If you are a black woman, then at some point in your life, you have heard of the so called black female attitude problem.
Expressions like black women think they are ‘all that’ or they ‘feel sweet’ are common place these days – perhaps the most popular expression that pigeonholes and marginalises the context of the black woman is the so called Angry Black Woman (ABW).
The expression promotes a vision of a tart-tongued, creatively choreographed neck twisting, finger-wagging, eye-rolling, eye-brow rising, loud-mouthed, drama-filled, defiant sister in a typical Shakespearean Taming-of-the-Shrew style.
Are there sisters like that? Most certainly, just like there are other women of other races with attitude as Shakespeare observed hundreds of years ago. But are all black women like that?
It is interesting how the stereotypical portrayal of black women has evolved over the years.
At one point it was the smiling, asexual, undesirable, overweight Auntie Jemima-esque Mammy and then not too long ago the promiscuous, highly-sexed, always ready, never-say-no, crafty Jezebel who endures men with her sexual charms.
Today it is the angry black woman, or the attitudinal black woman.
The angry black woman is seen as off-putting and a little intimidating by many males. That is understandable. You can trust that women like that are off-putting to other females as well. But is the generalisation of the term acceptable and warranted?
Last month when out with friends, amongst conversation, I was so surprised to hear a grown black men say that he prefers to date outside of the black race because he did not have to worry about attitudinal issues. He blamed black women for having attitudes and even went as far as to say that black women were ‘gold-diggers’ and ‘materialistic.’
Complaining that black women will only date men who had cars, money, and had a white collar job, he pointed out that black women were too demanding and had unreasonably high standards (which he obviously felt he fell short of) and that was why he preferred interracial dating.
Although I challenged him and asked if he was saying that ALL black women had attitude, he responded that 90 per cent did. I simply wondered how he could possibly know that many women to the point where he would come to that conclusion. That sweeping statement was a disturbing one.
In a recent interview Keisha Nicholson explained that “sometimes the ‘angry black woman’ stereotype to which so many people retreat when an African-American female isn’t smiling and laughing. Experience has taught me to lower my expectations for racial sensitivity and cultural competence, but I am still often surprised and disappointed.”
In general many black women have no problems asserting themselves. They have no problems showing their confidence and capabilities. They have no problems expressing themselves and speaking their minds.
The only problem is that many times when they do it, especially in the work place, they are viewed as too strong. In fact the words powerful, authoritative, strong, aggressive, feisty, independent and in control sound admirable until they are applied to black women.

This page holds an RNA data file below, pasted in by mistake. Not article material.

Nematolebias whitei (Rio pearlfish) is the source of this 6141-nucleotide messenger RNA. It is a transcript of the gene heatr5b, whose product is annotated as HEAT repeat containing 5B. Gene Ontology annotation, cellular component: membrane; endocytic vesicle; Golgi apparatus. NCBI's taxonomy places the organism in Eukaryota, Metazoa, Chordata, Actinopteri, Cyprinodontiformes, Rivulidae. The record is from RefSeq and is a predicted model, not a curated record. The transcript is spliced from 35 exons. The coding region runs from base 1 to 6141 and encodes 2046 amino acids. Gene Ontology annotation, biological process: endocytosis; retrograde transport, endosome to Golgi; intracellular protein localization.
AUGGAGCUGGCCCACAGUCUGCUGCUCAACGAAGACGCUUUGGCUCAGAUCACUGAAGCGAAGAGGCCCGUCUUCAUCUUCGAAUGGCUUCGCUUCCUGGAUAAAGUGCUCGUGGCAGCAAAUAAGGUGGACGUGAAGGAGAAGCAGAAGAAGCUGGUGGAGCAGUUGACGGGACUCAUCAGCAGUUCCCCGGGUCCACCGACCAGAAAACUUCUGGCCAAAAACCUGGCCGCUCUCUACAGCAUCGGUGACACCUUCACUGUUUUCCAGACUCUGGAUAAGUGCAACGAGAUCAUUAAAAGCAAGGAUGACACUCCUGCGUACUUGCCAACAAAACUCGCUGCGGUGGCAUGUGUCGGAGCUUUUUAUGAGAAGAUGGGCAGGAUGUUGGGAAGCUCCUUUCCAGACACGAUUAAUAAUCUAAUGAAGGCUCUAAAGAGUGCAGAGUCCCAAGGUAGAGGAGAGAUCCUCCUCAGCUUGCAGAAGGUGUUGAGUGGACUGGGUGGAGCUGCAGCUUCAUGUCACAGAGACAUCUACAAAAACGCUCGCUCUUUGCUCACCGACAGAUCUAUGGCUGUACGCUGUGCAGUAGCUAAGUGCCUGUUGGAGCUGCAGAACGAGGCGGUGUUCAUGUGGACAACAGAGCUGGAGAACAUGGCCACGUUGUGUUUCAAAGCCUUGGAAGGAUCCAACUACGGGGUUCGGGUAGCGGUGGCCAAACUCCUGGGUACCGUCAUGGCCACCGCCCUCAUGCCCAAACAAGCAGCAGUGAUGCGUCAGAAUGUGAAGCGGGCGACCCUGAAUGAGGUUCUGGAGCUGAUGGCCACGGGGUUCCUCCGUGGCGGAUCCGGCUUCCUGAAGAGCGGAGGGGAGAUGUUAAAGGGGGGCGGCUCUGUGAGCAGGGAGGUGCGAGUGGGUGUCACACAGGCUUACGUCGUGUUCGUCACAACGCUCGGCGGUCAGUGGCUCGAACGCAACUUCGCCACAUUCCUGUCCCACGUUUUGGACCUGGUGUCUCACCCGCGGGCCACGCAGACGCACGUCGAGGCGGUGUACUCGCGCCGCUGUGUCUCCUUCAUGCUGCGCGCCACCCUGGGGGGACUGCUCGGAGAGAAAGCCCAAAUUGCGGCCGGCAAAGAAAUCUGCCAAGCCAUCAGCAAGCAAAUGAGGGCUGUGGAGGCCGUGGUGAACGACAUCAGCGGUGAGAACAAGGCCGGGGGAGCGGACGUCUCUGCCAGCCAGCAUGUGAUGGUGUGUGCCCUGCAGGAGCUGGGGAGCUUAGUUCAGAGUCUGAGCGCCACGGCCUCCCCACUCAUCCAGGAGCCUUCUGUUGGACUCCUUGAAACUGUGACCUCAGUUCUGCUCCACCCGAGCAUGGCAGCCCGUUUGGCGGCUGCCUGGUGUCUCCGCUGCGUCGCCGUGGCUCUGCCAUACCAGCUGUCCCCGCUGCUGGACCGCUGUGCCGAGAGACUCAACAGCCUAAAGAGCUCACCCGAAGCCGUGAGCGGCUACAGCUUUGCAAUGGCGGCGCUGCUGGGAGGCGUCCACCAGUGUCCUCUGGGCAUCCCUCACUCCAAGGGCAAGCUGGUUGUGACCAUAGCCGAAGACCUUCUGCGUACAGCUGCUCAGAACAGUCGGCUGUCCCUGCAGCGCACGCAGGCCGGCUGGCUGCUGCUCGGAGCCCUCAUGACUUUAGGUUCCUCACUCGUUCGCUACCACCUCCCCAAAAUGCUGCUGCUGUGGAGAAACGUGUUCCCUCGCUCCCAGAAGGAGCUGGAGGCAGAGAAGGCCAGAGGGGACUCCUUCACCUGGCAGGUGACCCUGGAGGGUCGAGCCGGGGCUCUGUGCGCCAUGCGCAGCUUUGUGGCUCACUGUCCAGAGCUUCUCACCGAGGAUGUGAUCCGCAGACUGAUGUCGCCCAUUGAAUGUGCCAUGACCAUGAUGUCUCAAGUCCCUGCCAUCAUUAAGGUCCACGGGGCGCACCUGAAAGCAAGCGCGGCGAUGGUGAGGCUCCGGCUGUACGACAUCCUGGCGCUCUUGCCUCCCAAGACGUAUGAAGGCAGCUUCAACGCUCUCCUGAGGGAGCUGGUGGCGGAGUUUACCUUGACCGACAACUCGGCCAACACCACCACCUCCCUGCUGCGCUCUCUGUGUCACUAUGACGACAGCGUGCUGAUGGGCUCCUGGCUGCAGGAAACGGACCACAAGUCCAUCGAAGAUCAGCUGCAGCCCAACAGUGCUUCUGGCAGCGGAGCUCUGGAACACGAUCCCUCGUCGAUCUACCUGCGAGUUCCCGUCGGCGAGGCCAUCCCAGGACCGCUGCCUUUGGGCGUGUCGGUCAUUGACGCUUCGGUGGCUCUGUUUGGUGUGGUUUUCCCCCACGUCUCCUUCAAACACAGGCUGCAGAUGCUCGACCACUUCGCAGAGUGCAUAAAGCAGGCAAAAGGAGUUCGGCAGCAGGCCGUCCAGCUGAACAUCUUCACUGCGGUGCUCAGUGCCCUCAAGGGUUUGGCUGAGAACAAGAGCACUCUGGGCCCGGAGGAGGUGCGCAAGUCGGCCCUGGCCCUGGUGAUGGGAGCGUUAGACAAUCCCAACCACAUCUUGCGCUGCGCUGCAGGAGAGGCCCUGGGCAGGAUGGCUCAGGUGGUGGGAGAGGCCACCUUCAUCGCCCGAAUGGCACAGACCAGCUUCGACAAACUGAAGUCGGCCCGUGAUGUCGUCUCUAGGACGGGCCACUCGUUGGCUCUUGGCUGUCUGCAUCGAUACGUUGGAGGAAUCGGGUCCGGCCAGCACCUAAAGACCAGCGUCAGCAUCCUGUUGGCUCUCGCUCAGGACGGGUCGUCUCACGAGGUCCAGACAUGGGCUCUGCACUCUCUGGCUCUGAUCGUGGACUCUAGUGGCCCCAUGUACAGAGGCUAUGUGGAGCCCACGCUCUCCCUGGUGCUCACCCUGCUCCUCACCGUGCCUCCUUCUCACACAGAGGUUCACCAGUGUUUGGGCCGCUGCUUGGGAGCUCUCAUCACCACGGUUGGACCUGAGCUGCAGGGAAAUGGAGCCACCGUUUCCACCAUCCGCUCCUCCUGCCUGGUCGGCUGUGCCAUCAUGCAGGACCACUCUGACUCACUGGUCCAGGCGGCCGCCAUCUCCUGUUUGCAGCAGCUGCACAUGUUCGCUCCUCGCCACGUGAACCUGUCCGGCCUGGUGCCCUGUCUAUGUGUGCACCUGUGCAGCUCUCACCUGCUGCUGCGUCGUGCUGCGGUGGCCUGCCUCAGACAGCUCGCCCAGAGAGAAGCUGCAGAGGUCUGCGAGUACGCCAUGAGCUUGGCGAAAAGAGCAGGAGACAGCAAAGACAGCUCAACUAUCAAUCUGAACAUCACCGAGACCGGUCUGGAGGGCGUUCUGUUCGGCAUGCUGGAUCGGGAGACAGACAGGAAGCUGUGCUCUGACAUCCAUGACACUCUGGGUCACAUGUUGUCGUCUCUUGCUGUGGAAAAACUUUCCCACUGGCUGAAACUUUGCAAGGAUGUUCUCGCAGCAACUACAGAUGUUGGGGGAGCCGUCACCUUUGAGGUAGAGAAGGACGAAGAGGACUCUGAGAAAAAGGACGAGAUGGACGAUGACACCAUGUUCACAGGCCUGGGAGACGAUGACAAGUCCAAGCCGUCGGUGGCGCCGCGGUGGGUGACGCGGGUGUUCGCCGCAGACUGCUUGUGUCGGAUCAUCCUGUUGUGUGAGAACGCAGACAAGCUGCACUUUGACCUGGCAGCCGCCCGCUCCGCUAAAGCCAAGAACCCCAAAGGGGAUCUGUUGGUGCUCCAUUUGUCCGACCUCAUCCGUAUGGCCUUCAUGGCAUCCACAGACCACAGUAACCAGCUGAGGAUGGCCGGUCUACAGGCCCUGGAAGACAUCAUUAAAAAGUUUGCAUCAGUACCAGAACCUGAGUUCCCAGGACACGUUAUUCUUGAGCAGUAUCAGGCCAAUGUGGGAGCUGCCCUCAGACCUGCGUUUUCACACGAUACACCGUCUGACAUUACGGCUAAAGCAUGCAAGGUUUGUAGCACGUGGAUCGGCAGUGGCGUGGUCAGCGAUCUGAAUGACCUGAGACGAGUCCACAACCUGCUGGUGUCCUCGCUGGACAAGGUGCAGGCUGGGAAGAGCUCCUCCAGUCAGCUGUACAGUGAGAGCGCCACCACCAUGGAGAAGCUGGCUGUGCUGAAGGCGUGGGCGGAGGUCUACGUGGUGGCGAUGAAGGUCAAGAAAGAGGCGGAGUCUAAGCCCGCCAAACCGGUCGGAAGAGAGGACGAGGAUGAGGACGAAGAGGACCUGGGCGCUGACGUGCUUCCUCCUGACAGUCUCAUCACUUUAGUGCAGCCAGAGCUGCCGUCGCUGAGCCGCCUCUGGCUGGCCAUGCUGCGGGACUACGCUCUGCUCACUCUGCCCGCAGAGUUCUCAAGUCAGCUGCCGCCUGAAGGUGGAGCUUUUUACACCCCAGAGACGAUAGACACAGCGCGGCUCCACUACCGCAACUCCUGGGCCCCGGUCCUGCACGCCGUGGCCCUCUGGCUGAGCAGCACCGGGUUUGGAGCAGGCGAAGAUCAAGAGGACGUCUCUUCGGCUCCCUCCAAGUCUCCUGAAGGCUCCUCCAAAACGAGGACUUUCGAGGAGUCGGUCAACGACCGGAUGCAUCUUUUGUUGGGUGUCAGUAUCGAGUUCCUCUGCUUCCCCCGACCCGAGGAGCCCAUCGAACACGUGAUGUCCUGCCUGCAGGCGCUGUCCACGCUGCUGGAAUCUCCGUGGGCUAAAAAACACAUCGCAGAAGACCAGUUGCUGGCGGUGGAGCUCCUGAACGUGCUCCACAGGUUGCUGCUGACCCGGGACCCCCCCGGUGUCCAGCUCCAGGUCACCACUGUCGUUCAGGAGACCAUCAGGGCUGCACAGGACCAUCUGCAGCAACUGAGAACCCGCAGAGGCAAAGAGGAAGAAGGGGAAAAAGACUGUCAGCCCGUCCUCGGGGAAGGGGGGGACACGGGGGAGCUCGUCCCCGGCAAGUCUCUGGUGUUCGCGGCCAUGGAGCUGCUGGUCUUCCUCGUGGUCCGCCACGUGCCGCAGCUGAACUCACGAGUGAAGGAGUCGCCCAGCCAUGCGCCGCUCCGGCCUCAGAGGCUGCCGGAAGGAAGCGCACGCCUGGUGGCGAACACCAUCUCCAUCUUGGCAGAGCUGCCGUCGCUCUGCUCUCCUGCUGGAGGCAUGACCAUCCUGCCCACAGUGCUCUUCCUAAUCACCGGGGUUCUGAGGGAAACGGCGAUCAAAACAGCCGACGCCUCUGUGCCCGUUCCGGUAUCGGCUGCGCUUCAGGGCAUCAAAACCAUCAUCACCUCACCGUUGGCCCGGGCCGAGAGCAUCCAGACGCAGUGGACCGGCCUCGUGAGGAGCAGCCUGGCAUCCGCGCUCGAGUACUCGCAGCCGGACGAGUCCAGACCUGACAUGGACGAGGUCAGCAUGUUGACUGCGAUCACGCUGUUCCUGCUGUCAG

Men are expected to be strong and assertive, traits that are aligned with being a good leader, but when a black woman falls under those descriptions, it is called having an attitude problem. In fact when they are asserting themselves, the perception becomes that you dare not mess with them.
There is no denying that some black women do express themselves in a provocatively angry way, but that does not justify typecasting all of them. It is true that there are some black women who fit the above bill, but it’s not a race thing. It’s a personality and character thing.
Just as there are so many quiet, mild-mannered, bookish, sensitive black women out there, there are also many unpleasant to deal with woman out there. But that applies to men too. So once again one cannot generalise and conclude that all black women have attitude. In any case, what is wrong with a little anger?
Throughout history, women’s endeavours to stand up for themselves have been dismissed as the ramblings of angry women, whether they were black or not. A case in point example is the feminists, who are always brushed off as angry, rabble-rousing, opinionated and unreasonable women.
But in a world where racism, sexism, ageism, single motherhood, misogyny, and even warped body image prevail contrasted with the objectification and fetishisation of the black body, it comes as no surprise that some black women are angry.
The truth is some women are angry because they are exhausted or they have been ignored and dismissed or they’re not taken seriously, or they are being abandoned or they are being rejected.
This anger of course is not justified if it becomes a never-ending bitterness that clouds ones present or future. It is not justified when it is an obstinate attitude which appears angry at everything in general and seems to especially relish demonising all black men, nor is it justified when it is constantly a source of baseless and negative unsolicited criticism or advice.
However, not all anger is bad anger. Sometimes anger is a signal that something is wrong and changes need to be made. There are numerous cases when anger has actually sparked revolutionary change in history.
If as human beings, we’re able to harness our anger and use our anger for the general good of society, then we are able to make big strides in our lives.
This was proven by historical figures Sojourner Truth, Harriet Tubman and even Rosa Parks, who used their anger to spark social strength and change.
Part of the reason Rosa Parks refused to get out of that seat was anger. The people who tried to get her out of that seat would have probably said that she had attitude in present day terms. Does that make her an angry black woman?
I leave that to you to decide.
At the end of the day…